Version 7.0 of the Gradle build automation tool for software development is out, adding a number of new features in addition to reliability improvements and changes to boost performance.
New features in Grade 7.0 include native support for Apple silicon. While previous Gradle versions were able to run on new Macs with Apple silicon, there were disadvantages; features like the rich console and file system watching would be disabled using an ARM JDK, while using an Intel JDK would cause Gradle to run slowly because of the Rosetta2 compatibility layer. With this release, every feature is now supported using a native ARM JDK.
Gradle, which runs on Java, now supports both running on Java 16 and building applications with it. In previous versions, running Gradle itself on Java 16 produced an error. As of Gradle 7.0, running Gradle itself and building JVM projects with Java 16 is fully supported.
Meanwhile, in order to support the Java 16 JDK and keep up to date with the latest release of the Groovy language object-oriented for Java, Gradle has been upgraded to use Groovy 3 in Groovy DSL build scripts. Groovy 3 introduces a new parser and host of other features that make interoperability with new Java features easier.
Also introduced in Gradle 7.0 is an experimental feature called version catalogs as a standardised way to share dependency versions between projects in multi-project builds. A version catalog enables a build author to centralise third party dependencies in a conventional configuration file and declare the actual dependencies in a type-safe way, according to the Gradle team.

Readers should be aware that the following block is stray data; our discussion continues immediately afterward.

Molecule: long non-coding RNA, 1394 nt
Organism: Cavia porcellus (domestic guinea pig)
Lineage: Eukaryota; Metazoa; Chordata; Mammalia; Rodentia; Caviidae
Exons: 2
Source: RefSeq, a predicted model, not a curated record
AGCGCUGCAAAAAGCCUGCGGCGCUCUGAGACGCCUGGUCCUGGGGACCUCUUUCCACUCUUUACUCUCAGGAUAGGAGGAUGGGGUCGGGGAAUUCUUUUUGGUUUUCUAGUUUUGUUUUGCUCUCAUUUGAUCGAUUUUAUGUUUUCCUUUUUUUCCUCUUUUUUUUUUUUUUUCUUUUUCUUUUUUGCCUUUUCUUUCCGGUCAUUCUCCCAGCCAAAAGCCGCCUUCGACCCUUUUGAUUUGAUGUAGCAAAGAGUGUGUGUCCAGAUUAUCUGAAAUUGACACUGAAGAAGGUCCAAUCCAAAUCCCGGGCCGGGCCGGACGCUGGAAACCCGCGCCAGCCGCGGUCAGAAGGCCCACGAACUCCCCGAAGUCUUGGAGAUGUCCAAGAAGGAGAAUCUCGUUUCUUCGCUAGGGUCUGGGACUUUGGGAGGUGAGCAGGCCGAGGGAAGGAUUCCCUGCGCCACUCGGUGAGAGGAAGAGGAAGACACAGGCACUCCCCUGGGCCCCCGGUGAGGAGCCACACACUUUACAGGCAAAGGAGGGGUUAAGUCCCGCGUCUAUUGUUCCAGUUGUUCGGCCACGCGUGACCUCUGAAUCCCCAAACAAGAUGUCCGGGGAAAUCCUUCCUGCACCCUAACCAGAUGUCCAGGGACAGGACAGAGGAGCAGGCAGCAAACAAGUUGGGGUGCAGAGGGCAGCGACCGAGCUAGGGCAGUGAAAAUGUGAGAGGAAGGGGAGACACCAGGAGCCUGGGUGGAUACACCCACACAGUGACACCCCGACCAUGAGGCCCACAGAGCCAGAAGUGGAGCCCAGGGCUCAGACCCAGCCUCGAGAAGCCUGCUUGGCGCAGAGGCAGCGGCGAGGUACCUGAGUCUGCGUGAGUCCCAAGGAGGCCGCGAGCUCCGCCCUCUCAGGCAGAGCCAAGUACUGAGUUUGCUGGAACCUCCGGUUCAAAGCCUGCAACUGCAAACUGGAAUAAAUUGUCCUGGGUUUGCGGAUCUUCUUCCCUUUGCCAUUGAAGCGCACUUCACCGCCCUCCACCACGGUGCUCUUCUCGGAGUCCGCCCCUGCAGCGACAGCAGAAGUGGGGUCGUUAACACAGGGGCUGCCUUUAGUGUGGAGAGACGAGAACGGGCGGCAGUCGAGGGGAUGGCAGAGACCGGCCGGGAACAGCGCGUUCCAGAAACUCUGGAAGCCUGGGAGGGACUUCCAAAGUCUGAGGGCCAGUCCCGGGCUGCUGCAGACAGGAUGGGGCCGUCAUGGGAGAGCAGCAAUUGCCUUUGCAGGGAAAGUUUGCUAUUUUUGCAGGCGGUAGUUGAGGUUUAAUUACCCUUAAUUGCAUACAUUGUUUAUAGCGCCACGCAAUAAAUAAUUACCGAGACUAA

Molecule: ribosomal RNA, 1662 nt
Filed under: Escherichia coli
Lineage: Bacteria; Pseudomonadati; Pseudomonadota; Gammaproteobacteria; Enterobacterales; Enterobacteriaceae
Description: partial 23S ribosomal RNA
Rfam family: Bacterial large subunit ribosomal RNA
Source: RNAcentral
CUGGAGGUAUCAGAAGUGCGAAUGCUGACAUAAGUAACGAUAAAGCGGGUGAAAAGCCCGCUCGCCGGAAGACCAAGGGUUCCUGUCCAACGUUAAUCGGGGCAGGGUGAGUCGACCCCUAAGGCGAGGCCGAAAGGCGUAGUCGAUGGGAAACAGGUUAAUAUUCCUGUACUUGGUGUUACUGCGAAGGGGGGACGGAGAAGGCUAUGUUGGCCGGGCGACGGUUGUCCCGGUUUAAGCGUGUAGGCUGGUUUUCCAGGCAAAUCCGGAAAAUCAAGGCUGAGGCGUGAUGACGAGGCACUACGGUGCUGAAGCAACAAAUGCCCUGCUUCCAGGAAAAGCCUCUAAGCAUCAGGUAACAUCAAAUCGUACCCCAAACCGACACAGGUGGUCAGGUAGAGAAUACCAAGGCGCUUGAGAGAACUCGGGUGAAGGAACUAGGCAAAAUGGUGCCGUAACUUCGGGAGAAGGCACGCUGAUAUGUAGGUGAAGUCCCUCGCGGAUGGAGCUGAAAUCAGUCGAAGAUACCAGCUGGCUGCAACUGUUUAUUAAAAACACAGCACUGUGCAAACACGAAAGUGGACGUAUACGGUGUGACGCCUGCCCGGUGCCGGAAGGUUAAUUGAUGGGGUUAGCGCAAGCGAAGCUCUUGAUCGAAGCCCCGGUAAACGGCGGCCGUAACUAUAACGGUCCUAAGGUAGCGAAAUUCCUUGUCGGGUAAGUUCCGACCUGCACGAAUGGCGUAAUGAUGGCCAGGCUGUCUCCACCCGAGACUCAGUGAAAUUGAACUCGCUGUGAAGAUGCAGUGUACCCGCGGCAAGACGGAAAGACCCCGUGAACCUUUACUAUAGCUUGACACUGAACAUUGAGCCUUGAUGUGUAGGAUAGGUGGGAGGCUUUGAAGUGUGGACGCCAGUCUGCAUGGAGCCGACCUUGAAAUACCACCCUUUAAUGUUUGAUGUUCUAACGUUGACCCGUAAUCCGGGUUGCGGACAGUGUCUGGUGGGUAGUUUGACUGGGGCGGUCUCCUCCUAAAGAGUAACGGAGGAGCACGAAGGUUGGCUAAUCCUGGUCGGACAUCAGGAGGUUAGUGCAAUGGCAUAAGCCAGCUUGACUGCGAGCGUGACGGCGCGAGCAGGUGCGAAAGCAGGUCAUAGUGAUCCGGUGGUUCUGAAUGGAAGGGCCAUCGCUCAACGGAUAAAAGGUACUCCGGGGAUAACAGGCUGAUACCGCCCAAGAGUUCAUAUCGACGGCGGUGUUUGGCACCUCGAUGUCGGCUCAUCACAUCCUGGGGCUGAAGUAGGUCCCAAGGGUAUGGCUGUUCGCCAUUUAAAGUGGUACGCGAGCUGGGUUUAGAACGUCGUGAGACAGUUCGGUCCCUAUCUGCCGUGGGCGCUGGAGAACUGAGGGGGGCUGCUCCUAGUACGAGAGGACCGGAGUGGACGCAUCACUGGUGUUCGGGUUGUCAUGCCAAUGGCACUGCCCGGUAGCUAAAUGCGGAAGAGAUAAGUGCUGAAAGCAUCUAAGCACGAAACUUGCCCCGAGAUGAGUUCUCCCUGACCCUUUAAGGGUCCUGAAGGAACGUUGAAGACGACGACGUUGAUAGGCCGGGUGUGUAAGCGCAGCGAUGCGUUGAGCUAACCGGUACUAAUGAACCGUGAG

This release also includes improvements in dependency locking, specifically in defaulting to an improved dependency locking file format that should result in fewer lock files, typically one file per project instead of one file per configuration per project. Gradle will also automatically clean up previous lock files when migrating over to the new file format.
Build reliability improvements in Grade 7.0 include disabling of optimisations for validation problems. If a task is failing input/output validation, Gradle will now execute it without the benefit of parallel execution, up-to-date checks and the build cache.
Gradle can also now detect and flag up a warning for missing dependencies where a task consumes the output produced by another without declaring an explicit or inferred task dependency.
This release enables file system watching by default – ideally making incremental builds faster. Under this feature, input and output files for an incremental build are checked to determine what needs to be rebuilt. Gradle keeps what it has learned about the file system in memory between builds and skips reading from the file system on each build. This significantly reduces the amount of disk I/O needed to determine what has changed since the previous build, according to the Gradle team.
For full details on the changes in this version of Gradle, check out the release notes.